I was scheduled to preach that Sunday on an island. It was located, because of a surveyor's error, in the Northwest Angle of Minnesota. Flagg Island was one of those beautiful pine- and birch-covered rocks that bore God's signature when Lake Agassiz receded centuries ago. The Roman Catholic Diocese had planted a youth camp on the island and a core of priests had served the spiritual needs of campers and cabin owners for many years. Now, with the retirement of Father Bill and the scarcity of priests, island worshipers were reaching desperately for any warm-bodied preacher they could find. My Lutheran relatives thought I filled the bill and promised to reward me with many days of fantastic walleye fishing.
After leaving the boat I walked to the mess hall where the worship service would be held. A young man, who I would later learn was the program director, happened to come along at the same time. I invited him to join us for worship. He answered by sweeping his arms in a wide circle toward the trees, the rocks, the lake and the sky. "Here is where I worship my God!" he said.
I asked myself, "Where have I heard this before? Deer hunters? Opening day of fishing season?" But then I started thinking: "How does a Christian answer this 'back-to-nature' pantheist?" Or the one who proudly proclaims, "I'm spiritual, but not religious." Or a pastor friend's son who declares, "I'm spiritual but I don't want anything to do with the organized church." Kind of like the Groucho Marx line: "I wouldn't join any organization that would have me as a member."
How should a Christian witness to a world that is now postmodern? A world that has discovered the canons of reason, scientific rationalism or historicism have left them spiritually dry? What can we say to them from an old Jewish book like the Bible?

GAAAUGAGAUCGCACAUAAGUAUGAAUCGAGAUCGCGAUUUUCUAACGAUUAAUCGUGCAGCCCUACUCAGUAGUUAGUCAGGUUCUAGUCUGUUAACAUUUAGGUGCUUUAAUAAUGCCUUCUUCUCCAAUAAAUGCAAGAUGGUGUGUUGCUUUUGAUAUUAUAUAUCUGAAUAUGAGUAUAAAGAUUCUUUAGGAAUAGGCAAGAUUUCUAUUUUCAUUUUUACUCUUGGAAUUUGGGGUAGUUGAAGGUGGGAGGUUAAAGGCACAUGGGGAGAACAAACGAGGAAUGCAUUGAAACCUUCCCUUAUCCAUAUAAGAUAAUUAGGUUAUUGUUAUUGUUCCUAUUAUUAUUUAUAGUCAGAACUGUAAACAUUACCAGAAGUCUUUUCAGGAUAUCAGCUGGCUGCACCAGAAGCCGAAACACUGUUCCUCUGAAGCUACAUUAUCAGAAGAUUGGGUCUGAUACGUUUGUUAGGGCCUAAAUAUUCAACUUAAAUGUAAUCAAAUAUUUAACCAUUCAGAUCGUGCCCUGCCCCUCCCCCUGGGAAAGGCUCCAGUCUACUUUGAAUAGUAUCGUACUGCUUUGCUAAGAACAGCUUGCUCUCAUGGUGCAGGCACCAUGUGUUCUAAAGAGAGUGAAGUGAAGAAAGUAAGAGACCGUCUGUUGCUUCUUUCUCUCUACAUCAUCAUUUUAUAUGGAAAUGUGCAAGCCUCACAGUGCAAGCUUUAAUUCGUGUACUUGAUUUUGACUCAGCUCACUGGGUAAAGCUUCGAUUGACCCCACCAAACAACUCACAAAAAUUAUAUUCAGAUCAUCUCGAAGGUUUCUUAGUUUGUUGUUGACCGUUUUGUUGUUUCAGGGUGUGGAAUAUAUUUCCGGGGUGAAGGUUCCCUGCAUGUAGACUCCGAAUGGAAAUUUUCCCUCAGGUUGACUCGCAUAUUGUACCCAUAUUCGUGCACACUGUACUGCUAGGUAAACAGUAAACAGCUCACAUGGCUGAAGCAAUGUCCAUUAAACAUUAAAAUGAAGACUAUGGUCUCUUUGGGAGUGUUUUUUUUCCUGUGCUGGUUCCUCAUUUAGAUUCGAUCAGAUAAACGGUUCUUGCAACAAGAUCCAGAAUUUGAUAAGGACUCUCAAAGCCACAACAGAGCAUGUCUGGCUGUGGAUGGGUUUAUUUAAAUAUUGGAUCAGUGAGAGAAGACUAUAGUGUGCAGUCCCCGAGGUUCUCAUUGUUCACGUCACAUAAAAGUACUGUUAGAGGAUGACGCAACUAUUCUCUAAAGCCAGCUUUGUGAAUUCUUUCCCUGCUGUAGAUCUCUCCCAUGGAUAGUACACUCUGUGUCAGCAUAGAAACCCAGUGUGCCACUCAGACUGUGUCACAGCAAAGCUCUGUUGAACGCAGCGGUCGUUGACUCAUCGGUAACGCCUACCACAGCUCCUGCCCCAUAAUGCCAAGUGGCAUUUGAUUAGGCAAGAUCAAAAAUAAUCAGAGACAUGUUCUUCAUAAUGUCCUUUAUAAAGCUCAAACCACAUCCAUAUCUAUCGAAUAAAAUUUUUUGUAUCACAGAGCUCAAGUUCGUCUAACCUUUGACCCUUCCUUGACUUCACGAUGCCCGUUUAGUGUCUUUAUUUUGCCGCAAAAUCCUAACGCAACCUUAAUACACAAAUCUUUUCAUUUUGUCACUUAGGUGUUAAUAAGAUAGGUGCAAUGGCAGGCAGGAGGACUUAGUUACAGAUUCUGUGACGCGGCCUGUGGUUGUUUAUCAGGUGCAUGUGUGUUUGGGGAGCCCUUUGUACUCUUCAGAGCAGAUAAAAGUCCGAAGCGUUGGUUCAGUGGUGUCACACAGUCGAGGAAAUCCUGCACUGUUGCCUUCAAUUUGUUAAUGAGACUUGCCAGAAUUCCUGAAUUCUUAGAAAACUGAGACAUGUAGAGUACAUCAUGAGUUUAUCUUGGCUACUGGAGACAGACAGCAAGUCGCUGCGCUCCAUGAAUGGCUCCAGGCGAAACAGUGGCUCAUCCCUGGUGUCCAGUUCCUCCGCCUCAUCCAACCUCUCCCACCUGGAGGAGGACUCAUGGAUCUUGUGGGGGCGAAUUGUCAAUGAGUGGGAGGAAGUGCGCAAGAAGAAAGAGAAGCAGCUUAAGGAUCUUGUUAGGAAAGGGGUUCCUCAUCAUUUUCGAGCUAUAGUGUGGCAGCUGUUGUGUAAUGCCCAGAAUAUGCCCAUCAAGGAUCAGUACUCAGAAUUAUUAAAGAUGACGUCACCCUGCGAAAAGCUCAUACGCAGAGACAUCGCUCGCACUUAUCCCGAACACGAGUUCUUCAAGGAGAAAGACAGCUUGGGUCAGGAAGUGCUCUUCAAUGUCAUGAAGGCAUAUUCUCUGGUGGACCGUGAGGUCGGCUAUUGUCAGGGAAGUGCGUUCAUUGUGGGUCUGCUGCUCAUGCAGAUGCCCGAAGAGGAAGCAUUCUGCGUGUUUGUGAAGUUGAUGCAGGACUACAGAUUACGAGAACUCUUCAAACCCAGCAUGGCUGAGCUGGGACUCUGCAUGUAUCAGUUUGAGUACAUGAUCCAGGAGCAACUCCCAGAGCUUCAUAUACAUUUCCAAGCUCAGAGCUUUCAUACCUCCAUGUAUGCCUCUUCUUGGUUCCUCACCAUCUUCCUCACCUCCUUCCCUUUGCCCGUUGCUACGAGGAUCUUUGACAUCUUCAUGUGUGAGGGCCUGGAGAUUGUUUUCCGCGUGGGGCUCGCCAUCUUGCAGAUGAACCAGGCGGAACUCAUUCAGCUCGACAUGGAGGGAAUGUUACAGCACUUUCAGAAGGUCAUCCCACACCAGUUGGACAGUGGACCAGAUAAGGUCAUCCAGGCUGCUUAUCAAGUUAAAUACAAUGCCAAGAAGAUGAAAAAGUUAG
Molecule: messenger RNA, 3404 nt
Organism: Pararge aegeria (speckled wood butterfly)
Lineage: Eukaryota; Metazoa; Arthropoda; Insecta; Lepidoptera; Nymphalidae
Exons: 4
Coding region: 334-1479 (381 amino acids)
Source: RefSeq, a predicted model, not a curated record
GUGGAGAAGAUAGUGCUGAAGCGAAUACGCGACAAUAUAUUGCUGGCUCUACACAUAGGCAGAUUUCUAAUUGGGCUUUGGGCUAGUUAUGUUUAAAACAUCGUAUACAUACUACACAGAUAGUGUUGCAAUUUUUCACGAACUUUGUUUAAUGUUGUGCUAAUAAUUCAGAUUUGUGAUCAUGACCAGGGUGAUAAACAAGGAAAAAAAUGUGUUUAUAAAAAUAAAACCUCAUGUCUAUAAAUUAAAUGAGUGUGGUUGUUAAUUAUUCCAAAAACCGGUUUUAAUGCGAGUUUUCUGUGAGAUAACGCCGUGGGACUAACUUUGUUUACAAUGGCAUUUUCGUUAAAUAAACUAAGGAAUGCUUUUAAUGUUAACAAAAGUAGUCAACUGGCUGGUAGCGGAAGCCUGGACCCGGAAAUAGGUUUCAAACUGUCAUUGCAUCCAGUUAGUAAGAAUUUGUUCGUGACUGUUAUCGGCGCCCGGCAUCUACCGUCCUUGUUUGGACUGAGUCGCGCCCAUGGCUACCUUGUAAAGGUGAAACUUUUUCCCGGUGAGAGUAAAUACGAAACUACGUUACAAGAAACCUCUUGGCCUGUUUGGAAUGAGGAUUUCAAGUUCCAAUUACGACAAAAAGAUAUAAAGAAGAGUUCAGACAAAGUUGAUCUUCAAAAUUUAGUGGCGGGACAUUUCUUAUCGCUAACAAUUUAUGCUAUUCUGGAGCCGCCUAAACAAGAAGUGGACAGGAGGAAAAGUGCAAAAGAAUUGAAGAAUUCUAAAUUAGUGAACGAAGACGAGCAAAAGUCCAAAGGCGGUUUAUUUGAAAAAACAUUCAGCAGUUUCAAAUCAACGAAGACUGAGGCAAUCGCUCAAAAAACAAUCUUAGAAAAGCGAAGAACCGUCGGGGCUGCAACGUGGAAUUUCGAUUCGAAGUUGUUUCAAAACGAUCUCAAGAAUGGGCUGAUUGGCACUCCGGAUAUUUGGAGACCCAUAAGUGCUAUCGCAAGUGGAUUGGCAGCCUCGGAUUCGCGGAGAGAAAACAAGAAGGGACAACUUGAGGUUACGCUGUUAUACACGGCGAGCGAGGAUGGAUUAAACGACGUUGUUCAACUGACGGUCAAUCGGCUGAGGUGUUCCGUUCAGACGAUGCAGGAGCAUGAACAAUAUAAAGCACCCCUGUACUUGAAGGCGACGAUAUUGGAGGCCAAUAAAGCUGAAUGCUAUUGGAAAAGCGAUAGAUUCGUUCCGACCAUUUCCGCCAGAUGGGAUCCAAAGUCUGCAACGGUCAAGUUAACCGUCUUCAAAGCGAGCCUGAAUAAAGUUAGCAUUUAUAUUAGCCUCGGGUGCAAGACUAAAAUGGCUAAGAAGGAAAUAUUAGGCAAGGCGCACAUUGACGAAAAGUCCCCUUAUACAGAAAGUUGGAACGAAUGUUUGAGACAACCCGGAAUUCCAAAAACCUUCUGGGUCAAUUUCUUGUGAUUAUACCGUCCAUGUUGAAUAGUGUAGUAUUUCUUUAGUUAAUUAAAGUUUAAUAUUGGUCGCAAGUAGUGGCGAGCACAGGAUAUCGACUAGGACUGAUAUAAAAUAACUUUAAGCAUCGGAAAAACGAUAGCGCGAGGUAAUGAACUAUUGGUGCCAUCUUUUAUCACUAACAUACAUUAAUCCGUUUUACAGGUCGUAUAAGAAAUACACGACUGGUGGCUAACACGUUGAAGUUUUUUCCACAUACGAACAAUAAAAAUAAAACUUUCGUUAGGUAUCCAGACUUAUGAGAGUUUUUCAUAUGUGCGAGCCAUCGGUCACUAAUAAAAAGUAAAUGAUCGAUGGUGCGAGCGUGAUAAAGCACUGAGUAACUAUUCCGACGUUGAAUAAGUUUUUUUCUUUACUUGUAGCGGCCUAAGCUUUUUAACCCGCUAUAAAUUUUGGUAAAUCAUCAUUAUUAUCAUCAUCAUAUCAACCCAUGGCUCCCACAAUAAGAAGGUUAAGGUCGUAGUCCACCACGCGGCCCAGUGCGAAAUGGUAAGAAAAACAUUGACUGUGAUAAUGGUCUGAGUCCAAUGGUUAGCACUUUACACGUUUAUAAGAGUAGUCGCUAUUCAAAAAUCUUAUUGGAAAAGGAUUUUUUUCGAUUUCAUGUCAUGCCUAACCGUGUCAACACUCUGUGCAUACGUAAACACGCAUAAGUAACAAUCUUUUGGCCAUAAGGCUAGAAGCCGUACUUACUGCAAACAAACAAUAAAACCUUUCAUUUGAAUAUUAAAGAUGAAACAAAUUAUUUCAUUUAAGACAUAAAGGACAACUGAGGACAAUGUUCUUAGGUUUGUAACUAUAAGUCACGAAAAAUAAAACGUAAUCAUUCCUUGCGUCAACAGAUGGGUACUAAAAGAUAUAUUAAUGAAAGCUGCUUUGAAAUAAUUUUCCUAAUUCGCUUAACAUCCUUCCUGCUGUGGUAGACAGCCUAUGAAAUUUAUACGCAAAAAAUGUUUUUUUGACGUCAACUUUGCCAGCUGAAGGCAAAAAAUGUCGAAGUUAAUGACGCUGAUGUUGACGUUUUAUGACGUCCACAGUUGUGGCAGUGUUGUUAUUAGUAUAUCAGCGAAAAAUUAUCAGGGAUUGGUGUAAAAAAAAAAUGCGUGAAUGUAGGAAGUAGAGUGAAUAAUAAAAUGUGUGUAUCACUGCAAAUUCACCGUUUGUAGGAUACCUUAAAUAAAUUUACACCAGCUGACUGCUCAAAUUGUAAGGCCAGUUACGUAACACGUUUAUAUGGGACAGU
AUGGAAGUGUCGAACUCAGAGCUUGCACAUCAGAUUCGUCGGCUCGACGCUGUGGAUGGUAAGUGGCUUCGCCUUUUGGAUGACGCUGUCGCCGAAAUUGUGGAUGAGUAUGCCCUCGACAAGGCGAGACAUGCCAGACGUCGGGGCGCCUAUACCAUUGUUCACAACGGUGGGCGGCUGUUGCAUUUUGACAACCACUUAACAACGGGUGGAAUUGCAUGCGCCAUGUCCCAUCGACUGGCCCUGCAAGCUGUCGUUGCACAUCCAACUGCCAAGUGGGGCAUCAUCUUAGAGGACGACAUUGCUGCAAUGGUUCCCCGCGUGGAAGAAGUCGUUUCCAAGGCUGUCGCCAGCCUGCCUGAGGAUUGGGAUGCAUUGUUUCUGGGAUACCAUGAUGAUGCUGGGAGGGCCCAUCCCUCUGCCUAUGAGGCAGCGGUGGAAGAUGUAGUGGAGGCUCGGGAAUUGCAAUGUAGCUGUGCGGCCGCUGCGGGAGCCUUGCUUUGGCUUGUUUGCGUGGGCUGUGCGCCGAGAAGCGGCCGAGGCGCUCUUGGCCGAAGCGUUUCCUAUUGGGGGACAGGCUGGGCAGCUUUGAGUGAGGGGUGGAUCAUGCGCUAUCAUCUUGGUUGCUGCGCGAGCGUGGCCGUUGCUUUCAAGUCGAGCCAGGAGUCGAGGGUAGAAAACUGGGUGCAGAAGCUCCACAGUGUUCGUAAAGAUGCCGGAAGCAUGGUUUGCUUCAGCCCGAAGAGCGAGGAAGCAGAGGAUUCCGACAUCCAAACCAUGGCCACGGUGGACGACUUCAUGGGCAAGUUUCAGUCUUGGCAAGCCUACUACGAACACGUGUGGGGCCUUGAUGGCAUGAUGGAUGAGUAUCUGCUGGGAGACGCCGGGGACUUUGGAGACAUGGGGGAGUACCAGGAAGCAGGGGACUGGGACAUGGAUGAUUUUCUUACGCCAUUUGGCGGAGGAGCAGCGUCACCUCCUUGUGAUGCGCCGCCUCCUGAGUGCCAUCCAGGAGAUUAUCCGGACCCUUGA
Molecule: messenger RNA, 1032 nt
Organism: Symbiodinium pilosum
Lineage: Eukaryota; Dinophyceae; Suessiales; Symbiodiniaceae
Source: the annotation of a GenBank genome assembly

Actually, the program director reminded me of the difference between my old black-and-white TV set and my beautiful new color high-definition model. Remember how the old TV sets gave us a picture, most of the time, but like the capricious god of nature, it could also give us a picture that was stormy and unclear?
I've discovered many people are now down on the church because their view of God and the church has been similarly distorted by a bad relationship with a pastor or priest, a church's moral position (or lack of one), hypocritical neighbors or an unhealthy pious legalism. They need the beautiful color and high definition of Christianity as revealed in Jesus. The challenge is to reveal Jesus to them, not through argument, but through the way we live our lives. Perhaps then they can know Jesus as their Lord and Savior. That can make a difference. Something like the difference between the old black-and-white TVs we used to have and the new high-definition sets with beautiful color we now own.
© 2013 Augsburg Fortress, Publishers